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Compare And Contrast The Way Nature Is Represented In Percy Bysshe Shelley's Mont Blanc And Lines 452 542 From Book Six Of The Prelude By William Wordsworth

1666 words - 7 pages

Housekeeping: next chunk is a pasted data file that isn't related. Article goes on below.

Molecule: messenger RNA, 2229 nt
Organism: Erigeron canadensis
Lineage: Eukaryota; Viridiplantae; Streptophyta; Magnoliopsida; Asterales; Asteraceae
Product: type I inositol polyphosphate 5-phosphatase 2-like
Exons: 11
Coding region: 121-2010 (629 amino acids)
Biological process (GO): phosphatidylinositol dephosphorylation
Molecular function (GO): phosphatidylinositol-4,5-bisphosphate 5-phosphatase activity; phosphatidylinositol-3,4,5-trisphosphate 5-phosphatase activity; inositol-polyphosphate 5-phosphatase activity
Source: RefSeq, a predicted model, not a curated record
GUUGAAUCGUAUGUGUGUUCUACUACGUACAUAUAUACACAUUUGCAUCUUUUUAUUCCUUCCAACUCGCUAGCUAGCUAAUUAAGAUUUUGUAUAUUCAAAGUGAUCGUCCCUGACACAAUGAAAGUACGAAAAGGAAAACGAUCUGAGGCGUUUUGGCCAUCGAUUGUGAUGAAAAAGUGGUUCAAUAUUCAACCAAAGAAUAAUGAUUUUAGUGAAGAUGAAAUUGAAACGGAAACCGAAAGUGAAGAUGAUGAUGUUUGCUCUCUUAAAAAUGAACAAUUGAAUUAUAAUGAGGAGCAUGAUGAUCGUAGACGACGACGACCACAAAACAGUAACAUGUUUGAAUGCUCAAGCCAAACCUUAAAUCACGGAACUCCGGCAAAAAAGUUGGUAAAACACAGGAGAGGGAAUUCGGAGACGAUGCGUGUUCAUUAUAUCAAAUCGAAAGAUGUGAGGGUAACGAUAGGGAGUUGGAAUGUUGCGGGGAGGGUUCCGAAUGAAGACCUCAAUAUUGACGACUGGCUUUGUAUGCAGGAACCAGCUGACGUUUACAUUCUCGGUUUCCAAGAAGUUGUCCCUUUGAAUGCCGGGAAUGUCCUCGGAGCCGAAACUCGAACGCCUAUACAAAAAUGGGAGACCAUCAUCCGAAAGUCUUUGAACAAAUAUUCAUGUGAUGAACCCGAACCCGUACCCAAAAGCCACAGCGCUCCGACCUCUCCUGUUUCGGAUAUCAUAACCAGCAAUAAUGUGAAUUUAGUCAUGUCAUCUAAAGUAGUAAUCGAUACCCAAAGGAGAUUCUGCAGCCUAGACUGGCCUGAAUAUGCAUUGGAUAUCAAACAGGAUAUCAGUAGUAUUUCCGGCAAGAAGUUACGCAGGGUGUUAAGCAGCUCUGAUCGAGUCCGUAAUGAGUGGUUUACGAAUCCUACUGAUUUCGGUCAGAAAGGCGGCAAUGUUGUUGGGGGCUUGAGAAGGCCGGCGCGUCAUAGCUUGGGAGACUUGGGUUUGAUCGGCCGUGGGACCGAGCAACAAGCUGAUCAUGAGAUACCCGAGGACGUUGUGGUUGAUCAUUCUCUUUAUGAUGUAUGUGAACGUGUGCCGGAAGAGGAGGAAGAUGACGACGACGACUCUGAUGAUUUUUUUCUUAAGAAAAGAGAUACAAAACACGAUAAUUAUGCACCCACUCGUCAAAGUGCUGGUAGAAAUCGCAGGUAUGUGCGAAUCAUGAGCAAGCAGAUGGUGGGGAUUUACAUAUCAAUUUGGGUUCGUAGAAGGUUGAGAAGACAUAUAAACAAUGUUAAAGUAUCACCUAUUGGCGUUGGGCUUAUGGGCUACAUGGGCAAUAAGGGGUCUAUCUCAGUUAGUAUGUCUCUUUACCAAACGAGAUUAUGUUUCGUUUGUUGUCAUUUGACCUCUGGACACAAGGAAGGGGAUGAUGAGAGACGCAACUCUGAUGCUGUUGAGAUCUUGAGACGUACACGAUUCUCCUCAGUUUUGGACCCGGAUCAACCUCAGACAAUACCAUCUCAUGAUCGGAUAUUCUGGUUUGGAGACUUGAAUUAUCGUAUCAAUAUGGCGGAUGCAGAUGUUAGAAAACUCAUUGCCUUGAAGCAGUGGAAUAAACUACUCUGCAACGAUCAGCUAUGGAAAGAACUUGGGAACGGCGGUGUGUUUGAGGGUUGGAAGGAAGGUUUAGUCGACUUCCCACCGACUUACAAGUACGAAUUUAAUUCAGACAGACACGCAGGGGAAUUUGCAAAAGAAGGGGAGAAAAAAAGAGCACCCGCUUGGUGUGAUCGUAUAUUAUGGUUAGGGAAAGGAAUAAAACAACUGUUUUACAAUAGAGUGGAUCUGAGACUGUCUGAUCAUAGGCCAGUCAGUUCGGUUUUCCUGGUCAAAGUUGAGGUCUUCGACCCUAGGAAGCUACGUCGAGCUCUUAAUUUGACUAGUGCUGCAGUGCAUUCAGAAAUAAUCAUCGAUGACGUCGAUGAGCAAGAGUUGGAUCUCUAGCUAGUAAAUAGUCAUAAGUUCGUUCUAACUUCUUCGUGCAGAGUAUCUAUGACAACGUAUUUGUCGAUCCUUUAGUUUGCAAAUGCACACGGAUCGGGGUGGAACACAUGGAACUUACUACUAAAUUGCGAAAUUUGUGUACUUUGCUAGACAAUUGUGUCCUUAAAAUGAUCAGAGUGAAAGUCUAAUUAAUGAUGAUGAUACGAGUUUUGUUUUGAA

The Prelude is an auto-biographical, epic poem by William Wordsworth, 'Mont Blanc' by Percy Bysshe Shelley is a much shorter poem, however it correlates closely to a passage from Wordsworth's epic where he describes a walking trip he took to Mont Blanc. There are some startling similarities between the two pieces, but at the same time there are sharp contrasts in the way that the scene is represented and the poets have conflicting views on what this beautiful landscape means to them. A key theme in romantic poetry is a connection with the natural world, if we look at the ways that Shelley and Wordsworth represent nature in their work then some interesting contrasts can be seen.The Prelude, subtitled 'Growth of a Poet's Mind', is a narrative poem, showing us the events in Wordsworth's life that have shaped his way of thinking and his views on nature and existence. The poem was written in blank verse, this form was reserved for epics and grand poems. Right away this unrhymed form, and the iambic pentameter which it follows, lend the poem a grand and sweeping feel, creating a sense of importance and gravitas.This passage is split into three sections; a broad description of the mountain and the vale below it, a strictly narrative passage where Wordsworth tells of how he and his friend were lost upon the mountain and crossed the Alps without realising, and finally a lyric interruption or 'hymn' (Romantic Writings p123 ) to 'Imagination' (The Prelude, Book Sixth l525). First the speaker describes the setting, the natural world around him and how it effects his emotions, then he returns to the narrative, telling us of the event that has caused him to relay us this tale and finally he conveys to us the moral implications of the event and how it has shaped his 'poets mind'.In the first section the landscape is described as 'wondrous' (TP l456) the glacier as 'a motionless display of mighty waves' (l459) but the speaker is 'grieved' (l453) by what he sees, the 'souless image' (l454) of the mountain is not as beautiful or as wondrous as the 'living thought'(l455) in the minds eye. The imagery used to personify the mountain and its natural beauty is epic and grand. Winter is like a 'tamed lion' (l466), ferocious, dangerous, but sedate and controlled, creeping down the mountain with a stately pace.The pace of the poem quickens as the stretch of narrative begins'Descending by the beaten road that ledRight to a rivulet's edge, and there broke off.' (l503-4)The shorter words, repetition of plosive and hard sounds, internal partial rhymes ('led' 'edge') and the lack of imagery increase the tempo of this section. The tripping and jumpy sound of the lines, contrasts quite sharply with the earlier flowing sentences and sweeping descriptive passages. The metre helps to create the feeling of ascending the mountain, it also lends the setting a sense of desolation and emptiness; there are rocks and streams and tracks but little else. This creates a sharp comparison with...

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